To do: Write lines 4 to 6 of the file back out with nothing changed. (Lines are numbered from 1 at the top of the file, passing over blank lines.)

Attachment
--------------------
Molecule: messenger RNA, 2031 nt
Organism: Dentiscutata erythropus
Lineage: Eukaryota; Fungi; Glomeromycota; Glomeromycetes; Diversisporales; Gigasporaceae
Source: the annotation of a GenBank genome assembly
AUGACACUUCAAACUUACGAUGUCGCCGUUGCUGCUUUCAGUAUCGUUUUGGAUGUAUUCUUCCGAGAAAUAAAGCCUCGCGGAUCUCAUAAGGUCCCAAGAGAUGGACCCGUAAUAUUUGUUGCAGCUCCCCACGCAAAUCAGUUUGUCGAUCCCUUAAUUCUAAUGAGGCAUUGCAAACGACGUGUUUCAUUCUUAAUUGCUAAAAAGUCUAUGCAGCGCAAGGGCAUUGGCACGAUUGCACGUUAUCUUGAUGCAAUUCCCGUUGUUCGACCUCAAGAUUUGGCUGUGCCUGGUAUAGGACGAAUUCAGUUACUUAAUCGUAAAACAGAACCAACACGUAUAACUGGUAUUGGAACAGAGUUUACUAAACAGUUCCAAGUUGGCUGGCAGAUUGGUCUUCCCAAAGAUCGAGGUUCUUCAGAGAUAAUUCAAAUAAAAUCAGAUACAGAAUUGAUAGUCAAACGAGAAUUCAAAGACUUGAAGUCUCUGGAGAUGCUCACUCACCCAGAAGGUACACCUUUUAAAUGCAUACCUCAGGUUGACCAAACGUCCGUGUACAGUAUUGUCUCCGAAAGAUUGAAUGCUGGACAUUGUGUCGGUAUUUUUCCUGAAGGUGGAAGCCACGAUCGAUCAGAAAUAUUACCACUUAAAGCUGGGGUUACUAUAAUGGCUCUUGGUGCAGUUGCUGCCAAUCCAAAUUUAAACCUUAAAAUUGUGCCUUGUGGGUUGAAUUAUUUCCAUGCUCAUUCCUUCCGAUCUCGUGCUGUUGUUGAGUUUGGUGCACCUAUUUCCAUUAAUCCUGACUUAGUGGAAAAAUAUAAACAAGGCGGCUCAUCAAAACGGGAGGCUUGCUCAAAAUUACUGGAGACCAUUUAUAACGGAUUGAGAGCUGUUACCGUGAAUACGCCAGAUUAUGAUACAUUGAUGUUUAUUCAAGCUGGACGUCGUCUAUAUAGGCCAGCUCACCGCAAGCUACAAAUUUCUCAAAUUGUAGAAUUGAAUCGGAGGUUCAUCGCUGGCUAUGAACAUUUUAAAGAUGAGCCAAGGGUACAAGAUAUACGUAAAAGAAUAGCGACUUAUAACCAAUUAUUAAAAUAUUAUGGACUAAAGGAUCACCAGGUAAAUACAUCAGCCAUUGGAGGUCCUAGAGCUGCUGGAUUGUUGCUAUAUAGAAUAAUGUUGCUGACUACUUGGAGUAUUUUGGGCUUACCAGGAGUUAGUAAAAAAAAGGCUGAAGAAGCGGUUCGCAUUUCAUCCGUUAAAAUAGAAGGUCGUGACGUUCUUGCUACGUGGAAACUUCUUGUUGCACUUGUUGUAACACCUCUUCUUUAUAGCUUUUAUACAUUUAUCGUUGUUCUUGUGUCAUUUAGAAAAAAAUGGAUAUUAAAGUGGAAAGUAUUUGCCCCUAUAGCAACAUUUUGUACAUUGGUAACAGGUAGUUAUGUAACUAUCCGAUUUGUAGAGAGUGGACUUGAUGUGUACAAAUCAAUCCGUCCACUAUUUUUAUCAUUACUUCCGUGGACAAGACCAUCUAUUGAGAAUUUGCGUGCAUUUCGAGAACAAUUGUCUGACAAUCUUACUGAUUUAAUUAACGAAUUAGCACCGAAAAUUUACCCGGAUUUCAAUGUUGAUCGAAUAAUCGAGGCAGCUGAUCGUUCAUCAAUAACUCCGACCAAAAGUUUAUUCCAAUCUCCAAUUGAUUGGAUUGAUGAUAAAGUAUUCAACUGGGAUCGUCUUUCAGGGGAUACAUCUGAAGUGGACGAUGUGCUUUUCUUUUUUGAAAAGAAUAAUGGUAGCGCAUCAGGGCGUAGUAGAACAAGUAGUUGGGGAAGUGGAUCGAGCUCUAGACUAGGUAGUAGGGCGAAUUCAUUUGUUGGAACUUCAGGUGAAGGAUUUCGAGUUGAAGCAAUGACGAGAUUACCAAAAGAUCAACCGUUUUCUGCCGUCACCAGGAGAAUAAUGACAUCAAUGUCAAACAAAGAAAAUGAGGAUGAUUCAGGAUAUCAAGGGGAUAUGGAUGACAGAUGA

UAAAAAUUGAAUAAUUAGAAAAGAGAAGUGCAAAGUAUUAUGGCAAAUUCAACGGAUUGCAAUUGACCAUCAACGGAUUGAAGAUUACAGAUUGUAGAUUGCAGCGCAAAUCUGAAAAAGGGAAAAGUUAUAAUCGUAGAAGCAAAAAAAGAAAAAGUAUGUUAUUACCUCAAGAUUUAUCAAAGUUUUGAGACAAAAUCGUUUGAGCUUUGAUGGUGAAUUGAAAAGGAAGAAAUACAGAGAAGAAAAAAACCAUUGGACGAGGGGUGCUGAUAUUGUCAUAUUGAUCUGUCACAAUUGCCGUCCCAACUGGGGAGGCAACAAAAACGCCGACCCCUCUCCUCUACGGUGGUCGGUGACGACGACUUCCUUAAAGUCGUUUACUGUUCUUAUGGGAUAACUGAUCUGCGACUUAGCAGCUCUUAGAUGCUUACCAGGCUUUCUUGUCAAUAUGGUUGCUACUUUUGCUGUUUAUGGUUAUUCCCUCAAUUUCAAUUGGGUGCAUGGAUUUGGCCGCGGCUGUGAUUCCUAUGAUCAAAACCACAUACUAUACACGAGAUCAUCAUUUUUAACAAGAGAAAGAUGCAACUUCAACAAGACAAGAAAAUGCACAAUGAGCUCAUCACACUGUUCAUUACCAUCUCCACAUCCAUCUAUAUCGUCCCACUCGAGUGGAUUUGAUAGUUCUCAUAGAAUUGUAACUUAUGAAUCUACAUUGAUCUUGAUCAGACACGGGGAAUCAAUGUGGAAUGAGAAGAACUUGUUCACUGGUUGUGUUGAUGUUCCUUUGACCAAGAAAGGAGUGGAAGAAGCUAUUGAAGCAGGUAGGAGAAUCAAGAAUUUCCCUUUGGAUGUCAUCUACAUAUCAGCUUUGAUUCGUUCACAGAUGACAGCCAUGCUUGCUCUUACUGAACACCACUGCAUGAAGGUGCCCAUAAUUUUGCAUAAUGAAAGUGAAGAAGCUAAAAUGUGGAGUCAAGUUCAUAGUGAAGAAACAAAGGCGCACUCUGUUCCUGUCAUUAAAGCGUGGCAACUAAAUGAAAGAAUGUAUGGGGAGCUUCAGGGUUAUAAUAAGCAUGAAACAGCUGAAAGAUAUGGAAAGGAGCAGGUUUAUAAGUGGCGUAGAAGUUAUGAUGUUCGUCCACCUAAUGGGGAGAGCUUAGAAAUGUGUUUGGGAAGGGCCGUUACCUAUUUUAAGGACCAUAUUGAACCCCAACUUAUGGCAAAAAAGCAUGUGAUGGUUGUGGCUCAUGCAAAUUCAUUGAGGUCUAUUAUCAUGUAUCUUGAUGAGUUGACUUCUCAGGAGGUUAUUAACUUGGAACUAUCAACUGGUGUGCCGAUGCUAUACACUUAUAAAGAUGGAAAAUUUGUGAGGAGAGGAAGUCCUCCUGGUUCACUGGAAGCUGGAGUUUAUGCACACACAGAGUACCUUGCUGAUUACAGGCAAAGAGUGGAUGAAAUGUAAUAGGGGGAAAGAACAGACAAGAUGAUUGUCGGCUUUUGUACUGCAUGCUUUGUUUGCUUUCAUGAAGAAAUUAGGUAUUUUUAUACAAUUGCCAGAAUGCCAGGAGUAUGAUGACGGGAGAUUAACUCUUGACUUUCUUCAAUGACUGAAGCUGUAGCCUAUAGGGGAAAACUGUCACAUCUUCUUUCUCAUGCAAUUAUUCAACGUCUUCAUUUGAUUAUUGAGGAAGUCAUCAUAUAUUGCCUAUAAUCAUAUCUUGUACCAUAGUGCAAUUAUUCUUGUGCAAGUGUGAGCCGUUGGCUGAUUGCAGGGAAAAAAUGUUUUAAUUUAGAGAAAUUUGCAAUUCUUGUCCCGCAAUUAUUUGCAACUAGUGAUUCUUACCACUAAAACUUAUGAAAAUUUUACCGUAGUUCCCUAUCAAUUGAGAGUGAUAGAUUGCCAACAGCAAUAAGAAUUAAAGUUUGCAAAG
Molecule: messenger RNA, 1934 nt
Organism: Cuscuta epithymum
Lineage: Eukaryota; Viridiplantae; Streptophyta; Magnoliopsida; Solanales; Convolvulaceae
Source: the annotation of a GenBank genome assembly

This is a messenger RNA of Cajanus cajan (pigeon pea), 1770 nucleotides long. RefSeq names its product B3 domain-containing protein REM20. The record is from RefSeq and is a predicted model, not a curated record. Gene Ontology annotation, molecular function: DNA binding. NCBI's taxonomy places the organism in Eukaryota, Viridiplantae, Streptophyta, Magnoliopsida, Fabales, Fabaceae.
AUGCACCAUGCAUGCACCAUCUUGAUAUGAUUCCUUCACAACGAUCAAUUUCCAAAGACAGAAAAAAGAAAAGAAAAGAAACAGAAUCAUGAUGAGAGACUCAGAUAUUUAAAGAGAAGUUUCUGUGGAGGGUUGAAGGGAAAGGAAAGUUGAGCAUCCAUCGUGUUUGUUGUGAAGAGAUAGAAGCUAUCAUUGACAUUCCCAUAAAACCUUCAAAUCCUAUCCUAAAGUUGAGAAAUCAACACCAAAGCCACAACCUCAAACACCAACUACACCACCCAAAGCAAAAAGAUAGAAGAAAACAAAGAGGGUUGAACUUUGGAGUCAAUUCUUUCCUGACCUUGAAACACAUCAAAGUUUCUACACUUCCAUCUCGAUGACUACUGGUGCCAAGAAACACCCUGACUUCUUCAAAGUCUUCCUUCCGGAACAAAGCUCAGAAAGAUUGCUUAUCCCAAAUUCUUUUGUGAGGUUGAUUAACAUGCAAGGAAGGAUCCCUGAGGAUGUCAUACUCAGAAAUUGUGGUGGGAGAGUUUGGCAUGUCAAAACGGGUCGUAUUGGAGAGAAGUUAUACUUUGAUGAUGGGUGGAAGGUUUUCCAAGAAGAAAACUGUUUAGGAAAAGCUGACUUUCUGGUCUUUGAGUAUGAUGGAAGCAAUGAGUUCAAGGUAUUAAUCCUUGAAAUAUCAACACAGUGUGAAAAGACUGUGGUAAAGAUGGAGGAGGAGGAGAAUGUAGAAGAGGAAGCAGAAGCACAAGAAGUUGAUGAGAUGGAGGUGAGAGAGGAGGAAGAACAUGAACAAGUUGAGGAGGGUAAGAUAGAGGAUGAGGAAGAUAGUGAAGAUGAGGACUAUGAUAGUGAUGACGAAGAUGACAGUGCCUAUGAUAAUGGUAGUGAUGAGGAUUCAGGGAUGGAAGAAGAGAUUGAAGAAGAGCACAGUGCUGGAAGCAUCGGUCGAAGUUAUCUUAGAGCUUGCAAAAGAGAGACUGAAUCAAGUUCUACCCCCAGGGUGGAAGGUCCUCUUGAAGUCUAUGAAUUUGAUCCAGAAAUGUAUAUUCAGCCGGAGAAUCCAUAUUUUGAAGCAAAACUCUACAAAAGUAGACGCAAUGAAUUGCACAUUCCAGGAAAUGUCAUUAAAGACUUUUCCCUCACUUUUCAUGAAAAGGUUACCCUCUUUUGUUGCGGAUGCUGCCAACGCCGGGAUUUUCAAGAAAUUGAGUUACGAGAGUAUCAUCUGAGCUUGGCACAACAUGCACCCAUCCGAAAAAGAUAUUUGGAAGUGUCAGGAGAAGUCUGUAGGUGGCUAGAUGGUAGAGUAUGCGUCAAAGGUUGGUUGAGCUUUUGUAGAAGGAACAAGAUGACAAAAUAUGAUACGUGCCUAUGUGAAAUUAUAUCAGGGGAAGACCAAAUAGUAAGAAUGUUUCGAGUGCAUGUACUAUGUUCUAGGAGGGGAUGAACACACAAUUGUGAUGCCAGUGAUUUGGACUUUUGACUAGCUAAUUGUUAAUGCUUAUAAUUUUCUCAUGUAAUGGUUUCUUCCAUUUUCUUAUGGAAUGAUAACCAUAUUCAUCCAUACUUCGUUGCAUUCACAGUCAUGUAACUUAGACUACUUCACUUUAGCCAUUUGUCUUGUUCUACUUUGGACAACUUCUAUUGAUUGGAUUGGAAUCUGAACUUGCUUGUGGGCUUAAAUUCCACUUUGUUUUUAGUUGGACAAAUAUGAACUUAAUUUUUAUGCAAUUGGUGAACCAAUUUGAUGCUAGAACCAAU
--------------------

Source: the annotation of a GenBank genome assembly
AUGACACUUCAAACUUACGAUGUCGCCGUUGCUGCUUUCAGUAUCGUUUUGGAUGUAUUCUUCCGAGAAAUAAAGCCUCGCGGAUCUCAUAAGGUCCCAAGAGAUGGACCCGUAAUAUUUGUUGCAGCUCCCCACGCAAAUCAGUUUGUCGAUCCCUUAAUUCUAAUGAGGCAUUGCAAACGACGUGUUUCAUUCUUAAUUGCUAAAAAGUCUAUGCAGCGCAAGGGCAUUGGCACGAUUGCACGUUAUCUUGAUGCAAUUCCCGUUGUUCGACCUCAAGAUUUGGCUGUGCCUGGUAUAGGACGAAUUCAGUUACUUAAUCGUAAAACAGAACCAACACGUAUAACUGGUAUUGGAACAGAGUUUACUAAACAGUUCCAAGUUGGCUGGCAGAUUGGUCUUCCCAAAGAUCGAGGUUCUUCAGAGAUAAUUCAAAUAAAAUCAGAUACAGAAUUGAUAGUCAAACGAGAAUUCAAAGACUUGAAGUCUCUGGAGAUGCUCACUCACCCAGAAGGUACACCUUUUAAAUGCAUACCUCAGGUUGACCAAACGUCCGUGUACAGUAUUGUCUCCGAAAGAUUGAAUGCUGGACAUUGUGUCGGUAUUUUUCCUGAAGGUGGAAGCCACGAUCGAUCAGAAAUAUUACCACUUAAAGCUGGGGUUACUAUAAUGGCUCUUGGUGCAGUUGCUGCCAAUCCAAAUUUAAACCUUAAAAUUGUGCCUUGUGGGUUGAAUUAUUUCCAUGCUCAUUCCUUCCGAUCUCGUGCUGUUGUUGAGUUUGGUGCACCUAUUUCCAUUAAUCCUGACUUAGUGGAAAAAUAUAAACAAGGCGGCUCAUCAAAACGGGAGGCUUGCUCAAAAUUACUGGAGACCAUUUAUAACGGAUUGAGAGCUGUUACCGUGAAUACGCCAGAUUAUGAUACAUUGAUGUUUAUUCAAGCUGGACGUCGUCUAUAUAGGCCAGCUCACCGCAAGCUACAAAUUUCUCAAAUUGUAGAAUUGAAUCGGAGGUUCAUCGCUGGCUAUGAACAUUUUAAAGAUGAGCCAAGGGUACAAGAUAUACGUAAAAGAAUAGCGACUUAUAACCAAUUAUUAAAAUAUUAUGGACUAAAGGAUCACCAGGUAAAUACAUCAGCCAUUGGAGGUCCUAGAGCUGCUGGAUUGUUGCUAUAUAGAAUAAUGUUGCUGACUACUUGGAGUAUUUUGGGCUUACCAGGAGUUAGUAAAAAAAAGGCUGAAGAAGCGGUUCGCAUUUCAUCCGUUAAAAUAGAAGGUCGUGACGUUCUUGCUACGUGGAAACUUCUUGUUGCACUUGUUGUAACACCUCUUCUUUAUAGCUUUUAUACAUUUAUCGUUGUUCUUGUGUCAUUUAGAAAAAAAUGGAUAUUAAAGUGGAAAGUAUUUGCCCCUAUAGCAACAUUUUGUACAUUGGUAACAGGUAGUUAUGUAACUAUCCGAUUUGUAGAGAGUGGACUUGAUGUGUACAAAUCAAUCCGUCCACUAUUUUUAUCAUUACUUCCGUGGACAAGACCAUCUAUUGAGAAUUUGCGUGCAUUUCGAGAACAAUUGUCUGACAAUCUUACUGAUUUAAUUAACGAAUUAGCACCGAAAAUUUACCCGGAUUUCAAUGUUGAUCGAAUAAUCGAGGCAGCUGAUCGUUCAUCAAUAACUCCGACCAAAAGUUUAUUCCAAUCUCCAAUUGAUUGGAUUGAUGAUAAAGUAUUCAACUGGGAUCGUCUUUCAGGGGAUACAUCUGAAGUGGACGAUGUGCUUUUCUUUUUUGAAAAGAAUAAUGGUAGCGCAUCAGGGCGUAGUAGAACAAGUAGUUGGGGAAGUGGAUCGAGCUCUAGACUAGGUAGUAGGGCGAAUUCAUUUGUUGGAACUUCAGGUGAAGGAUUUCGAGUUGAAGCAAUGACGAGAUUACCAAAAGAUCAACCGUUUUCUGCCGUCACCAGGAGAAUAAUGACAUCAAUGUCAAACAAAGAAAAUGAGGAUGAUUCAGGAUAUCAAGGGGAUAUGGAUGACAGAUGA

UAAAAAUUGAAUAAUUAGAAAAGAGAAGUGCAAAGUAUUAUGGCAAAUUCAACGGAUUGCAAUUGACCAUCAACGGAUUGAAGAUUACAGAUUGUAGAUUGCAGCGCAAAUCUGAAAAAGGGAAAAGUUAUAAUCGUAGAAGCAAAAAAAGAAAAAGUAUGUUAUUACCUCAAGAUUUAUCAAAGUUUUGAGACAAAAUCGUUUGAGCUUUGAUGGUGAAUUGAAAAGGAAGAAAUACAGAGAAGAAAAAAACCAUUGGACGAGGGGUGCUGAUAUUGUCAUAUUGAUCUGUCACAAUUGCCGUCCCAACUGGGGAGGCAACAAAAACGCCGACCCCUCUCCUCUACGGUGGUCGGUGACGACGACUUCCUUAAAGUCGUUUACUGUUCUUAUGGGAUAACUGAUCUGCGACUUAGCAGCUCUUAGAUGCUUACCAGGCUUUCUUGUCAAUAUGGUUGCUACUUUUGCUGUUUAUGGUUAUUCCCUCAAUUUCAAUUGGGUGCAUGGAUUUGGCCGCGGCUGUGAUUCCUAUGAUCAAAACCACAUACUAUACACGAGAUCAUCAUUUUUAACAAGAGAAAGAUGCAACUUCAACAAGACAAGAAAAUGCACAAUGAGCUCAUCACACUGUUCAUUACCAUCUCCACAUCCAUCUAUAUCGUCCCACUCGAGUGGAUUUGAUAGUUCUCAUAGAAUUGUAACUUAUGAAUCUACAUUGAUCUUGAUCAGACACGGGGAAUCAAUGUGGAAUGAGAAGAACUUGUUCACUGGUUGUGUUGAUGUUCCUUUGACCAAGAAAGGAGUGGAAGAAGCUAUUGAAGCAGGUAGGAGAAUCAAGAAUUUCCCUUUGGAUGUCAUCUACAUAUCAGCUUUGAUUCGUUCACAGAUGACAGCCAUGCUUGCUCUUACUGAACACCACUGCAUGAAGGUGCCCAUAAUUUUGCAUAAUGAAAGUGAAGAAGCUAAAAUGUGGAGUCAAGUUCAUAGUGAAGAAACAAAGGCGCACUCUGUUCCUGUCAUUAAAGCGUGGCAACUAAAUGAAAGAAUGUAUGGGGAGCUUCAGGGUUAUAAUAAGCAUGAAACAGCUGAAAGAUAUGGAAAGGAGCAGGUUUAUAAGUGGCGUAGAAGUUAUGAUGUUCGUCCACCUAAUGGGGAGAGCUUAGAAAUGUGUUUGGGAAGGGCCGUUACCUAUUUUAAGGACCAUAUUGAACCCCAACUUAUGGCAAAAAAGCAUGUGAUGGUUGUGGCUCAUGCAAAUUCAUUGAGGUCUAUUAUCAUGUAUCUUGAUGAGUUGACUUCUCAGGAGGUUAUUAACUUGGAACUAUCAACUGGUGUGCCGAUGCUAUACACUUAUAAAGAUGGAAAAUUUGUGAGGAGAGGAAGUCCUCCUGGUUCACUGGAAGCUGGAGUUUAUGCACACACAGAGUACCUUGCUGAUUACAGGCAAAGAGUGGAUGAAAUGUAAUAGGGGGAAAGAACAGACAAGAUGAUUGUCGGCUUUUGUACUGCAUGCUUUGUUUGCUUUCAUGAAGAAAUUAGGUAUUUUUAUACAAUUGCCAGAAUGCCAGGAGUAUGAUGACGGGAGAUUAACUCUUGACUUUCUUCAAUGACUGAAGCUGUAGCCUAUAGGGGAAAACUGUCACAUCUUCUUUCUCAUGCAAUUAUUCAACGUCUUCAUUUGAUUAUUGAGGAAGUCAUCAUAUAUUGCCUAUAAUCAUAUCUUGUACCAUAGUGCAAUUAUUCUUGUGCAAGUGUGAGCCGUUGGCUGAUUGCAGGGAAAAAAUGUUUUAAUUUAGAGAAAUUUGCAAUUCUUGUCCCGCAAUUAUUUGCAACUAGUGAUUCUUACCACUAAAACUUAUGAAAAUUUUACCGUAGUUCCCUAUCAAUUGAGAGUGAUAGAUUGCCAACAGCAAUAAGAAUUAAAGUUUGCAAAG